At the Winchester Writers’ Conference in July 2012, I won first place in the ‘Slim Volume, Short Edition’ competition. The prize gave me the opportunity to have sixty copies of Four Buses printed. This is a collection of short stories and flash fiction and the piece below comes from this book. For further information about Four Buses, please click here.
You never know
Taking a break from pruning roses, I sit on the wall and study the street. The windows of the terraced houses stare over the cars parked bumper to bumper in the residential bays. The bloke that lives two doors along is washing his car, and he nods at me while he sloshes a bucket of clean water over, indicating that the job is done. A bee sounds in my ear then heads for the jasmine bush. I take off my gloves and enjoy the spring sunshine that chases over my arms.
Joel turns the corner into the street, his hair is a mass of dark curls and he’s clutching a large, rectangular object. I dread to think what he’s bought at the car-boot sale this week. Other kids spend their pocket money on sweets, but Joel’s into collecting. He thinks he’ll unearth a treasure that no-one else has spotted. I blame my mother: they spend too much time watching antique shows on afternoon TV when Joel’s supposed to be doing homework. But I can’t complain, she offers the childcare for love not money.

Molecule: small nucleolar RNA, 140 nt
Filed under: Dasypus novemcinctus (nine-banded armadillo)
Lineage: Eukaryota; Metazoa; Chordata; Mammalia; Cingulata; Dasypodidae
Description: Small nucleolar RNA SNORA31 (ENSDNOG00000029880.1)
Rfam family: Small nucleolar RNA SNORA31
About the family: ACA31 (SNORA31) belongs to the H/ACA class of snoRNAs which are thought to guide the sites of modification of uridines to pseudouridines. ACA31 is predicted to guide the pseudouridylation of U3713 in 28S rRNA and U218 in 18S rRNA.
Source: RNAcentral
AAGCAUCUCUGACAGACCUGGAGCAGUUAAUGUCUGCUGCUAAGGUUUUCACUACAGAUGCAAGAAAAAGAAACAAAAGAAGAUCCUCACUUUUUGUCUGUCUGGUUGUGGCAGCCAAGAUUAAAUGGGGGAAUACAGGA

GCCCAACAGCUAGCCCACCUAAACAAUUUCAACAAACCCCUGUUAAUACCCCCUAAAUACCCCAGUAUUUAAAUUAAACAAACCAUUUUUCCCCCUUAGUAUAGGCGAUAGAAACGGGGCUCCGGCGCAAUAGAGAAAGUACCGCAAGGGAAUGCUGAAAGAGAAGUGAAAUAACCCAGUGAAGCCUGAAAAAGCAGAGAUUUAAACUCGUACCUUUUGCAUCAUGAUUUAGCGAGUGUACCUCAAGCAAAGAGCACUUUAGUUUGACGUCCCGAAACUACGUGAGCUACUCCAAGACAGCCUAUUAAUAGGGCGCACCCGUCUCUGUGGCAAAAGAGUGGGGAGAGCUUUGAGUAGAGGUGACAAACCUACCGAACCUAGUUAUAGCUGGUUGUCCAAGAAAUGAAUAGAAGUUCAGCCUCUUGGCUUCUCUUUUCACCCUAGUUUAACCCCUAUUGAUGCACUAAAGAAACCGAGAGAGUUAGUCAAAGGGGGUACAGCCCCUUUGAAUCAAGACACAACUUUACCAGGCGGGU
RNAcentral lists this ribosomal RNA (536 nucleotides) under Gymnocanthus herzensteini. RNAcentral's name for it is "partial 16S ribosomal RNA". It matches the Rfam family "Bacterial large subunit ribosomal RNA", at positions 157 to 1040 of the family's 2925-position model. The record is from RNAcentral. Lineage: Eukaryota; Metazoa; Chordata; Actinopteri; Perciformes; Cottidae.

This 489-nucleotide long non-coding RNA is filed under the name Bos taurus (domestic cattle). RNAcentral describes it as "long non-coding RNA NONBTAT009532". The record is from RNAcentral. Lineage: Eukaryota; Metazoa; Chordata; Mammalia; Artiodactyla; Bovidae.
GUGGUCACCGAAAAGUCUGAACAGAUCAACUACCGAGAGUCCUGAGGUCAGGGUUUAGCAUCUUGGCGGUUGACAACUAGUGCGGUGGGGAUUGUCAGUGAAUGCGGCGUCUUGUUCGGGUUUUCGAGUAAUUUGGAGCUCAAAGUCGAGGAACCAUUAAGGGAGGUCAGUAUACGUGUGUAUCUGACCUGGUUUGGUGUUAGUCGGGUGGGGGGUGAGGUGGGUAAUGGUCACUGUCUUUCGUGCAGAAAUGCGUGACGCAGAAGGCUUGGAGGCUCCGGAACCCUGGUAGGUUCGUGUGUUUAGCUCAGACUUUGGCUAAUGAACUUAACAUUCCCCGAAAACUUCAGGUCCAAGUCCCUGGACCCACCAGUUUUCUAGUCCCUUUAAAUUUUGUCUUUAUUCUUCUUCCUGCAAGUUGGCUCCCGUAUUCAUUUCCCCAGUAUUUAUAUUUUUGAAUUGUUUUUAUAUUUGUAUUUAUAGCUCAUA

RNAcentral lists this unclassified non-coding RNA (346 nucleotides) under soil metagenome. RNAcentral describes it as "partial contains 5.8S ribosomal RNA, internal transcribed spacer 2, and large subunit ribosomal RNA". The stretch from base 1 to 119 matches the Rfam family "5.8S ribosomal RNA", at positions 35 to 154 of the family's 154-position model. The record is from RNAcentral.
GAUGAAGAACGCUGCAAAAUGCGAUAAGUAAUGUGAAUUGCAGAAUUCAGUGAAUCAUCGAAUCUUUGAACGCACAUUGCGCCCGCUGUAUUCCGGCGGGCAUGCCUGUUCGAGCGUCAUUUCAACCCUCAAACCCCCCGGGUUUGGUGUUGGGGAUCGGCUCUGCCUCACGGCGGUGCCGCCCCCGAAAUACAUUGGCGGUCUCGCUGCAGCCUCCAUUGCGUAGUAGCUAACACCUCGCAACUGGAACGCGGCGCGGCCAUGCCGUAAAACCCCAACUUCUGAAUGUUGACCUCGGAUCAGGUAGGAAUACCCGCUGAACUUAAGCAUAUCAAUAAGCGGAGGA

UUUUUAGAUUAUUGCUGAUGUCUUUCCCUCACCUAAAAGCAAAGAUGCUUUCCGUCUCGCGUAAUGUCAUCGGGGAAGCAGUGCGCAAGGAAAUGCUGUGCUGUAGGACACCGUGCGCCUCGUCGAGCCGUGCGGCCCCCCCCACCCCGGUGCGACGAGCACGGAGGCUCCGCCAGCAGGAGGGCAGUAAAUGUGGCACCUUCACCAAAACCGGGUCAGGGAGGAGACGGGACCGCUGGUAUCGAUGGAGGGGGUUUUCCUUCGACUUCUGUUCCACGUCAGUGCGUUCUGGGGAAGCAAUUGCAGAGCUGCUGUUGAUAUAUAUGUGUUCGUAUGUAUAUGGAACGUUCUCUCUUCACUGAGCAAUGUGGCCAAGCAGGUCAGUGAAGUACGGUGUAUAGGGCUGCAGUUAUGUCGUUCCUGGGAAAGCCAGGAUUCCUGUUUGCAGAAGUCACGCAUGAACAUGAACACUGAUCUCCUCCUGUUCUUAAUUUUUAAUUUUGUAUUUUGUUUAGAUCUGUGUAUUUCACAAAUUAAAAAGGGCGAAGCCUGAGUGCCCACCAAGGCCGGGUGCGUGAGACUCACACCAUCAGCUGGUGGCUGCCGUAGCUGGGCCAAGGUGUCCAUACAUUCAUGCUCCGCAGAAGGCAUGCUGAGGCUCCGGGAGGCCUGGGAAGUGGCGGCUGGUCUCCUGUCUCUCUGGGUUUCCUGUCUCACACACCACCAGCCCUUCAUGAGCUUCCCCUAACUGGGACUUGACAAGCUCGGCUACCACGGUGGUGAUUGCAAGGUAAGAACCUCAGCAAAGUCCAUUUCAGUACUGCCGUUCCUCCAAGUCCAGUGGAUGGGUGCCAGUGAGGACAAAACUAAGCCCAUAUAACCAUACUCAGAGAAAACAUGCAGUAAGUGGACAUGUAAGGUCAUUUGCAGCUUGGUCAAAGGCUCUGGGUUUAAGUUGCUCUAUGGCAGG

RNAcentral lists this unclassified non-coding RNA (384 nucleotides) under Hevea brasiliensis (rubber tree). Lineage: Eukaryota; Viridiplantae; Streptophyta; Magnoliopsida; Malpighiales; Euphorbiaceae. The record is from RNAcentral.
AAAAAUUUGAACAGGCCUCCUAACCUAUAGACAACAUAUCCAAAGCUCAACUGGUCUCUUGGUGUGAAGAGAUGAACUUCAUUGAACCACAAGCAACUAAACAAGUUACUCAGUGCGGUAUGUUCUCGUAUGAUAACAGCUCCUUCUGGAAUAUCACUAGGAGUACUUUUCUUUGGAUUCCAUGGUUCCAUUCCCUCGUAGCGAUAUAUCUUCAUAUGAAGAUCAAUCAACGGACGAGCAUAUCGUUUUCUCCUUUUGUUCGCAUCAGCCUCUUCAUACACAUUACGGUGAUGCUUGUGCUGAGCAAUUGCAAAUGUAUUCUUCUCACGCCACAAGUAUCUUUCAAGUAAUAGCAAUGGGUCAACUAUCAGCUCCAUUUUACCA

He’s got the edge of the painting balanced on his trainer and with each step he moves a little closer to home. I cross the road to help him, and he lets me take one end. It’s heavy, the frame is chipped and the canvass spotted with mould. We rest it against the wall and I take a step back to admire his purchase.
‘Hmm, is it a ship?’ I ask.
‘It’s a sailing boat out on a wild sea. There are waves blasting against the hull. See the mast leaning? It’s likely to be a painting of the Cutty Sark or some other important vessel.’
‘How do you know that?’
‘Look at the frame.’ He points to the place where a label displays the artist’s name. ‘He’s got to be important with a name like War Wick.’ I laugh – Joel hasn’t learnt how to pronounce Warwick – and he stares at me accusingly.
‘That’s a giant-sized purchase you’ve made this week.’
‘I know.’ He widens his eyes giving a flash of blue and smiles. ‘I was lucky to get it.’
‘How much did it cost?’
‘Two pounds,’ he says. ‘A man tried to buy if off me once the deal was done. That must mean it’s a worth something. He offered me a fiver but I’d said he’d have to go higher than that.’
‘Are you sure he wasn’t being kind? Didn’t want you to be out of pocket with a dud?’
‘I don’t think so.’ His shoulders hunch and I wish I’d never shared my suspicion. ‘I thought we could put it in the lounge. It’s got a wire to hang it by and everything.’
I’m thrown by Joel’s suggestion. There’s no way I’m ruining the wallpaper to display that monstrosity.
‘Wouldn’t it be better in your room? I mean it is your special purchase after all.’
‘No.’ He stares at the painting. ‘I want to share it with you, Mum.’
‘You’re right, darling.’ I swallow my objections. ‘Perhaps we can find a place for it in the hall. Important paintings are usually hung above the stairs.’
‘D’you really think it’s important?’
‘It could be.’ I choke on my lies. ‘You never know.’
‘You’re right.’ He nods his head. ‘You never know.’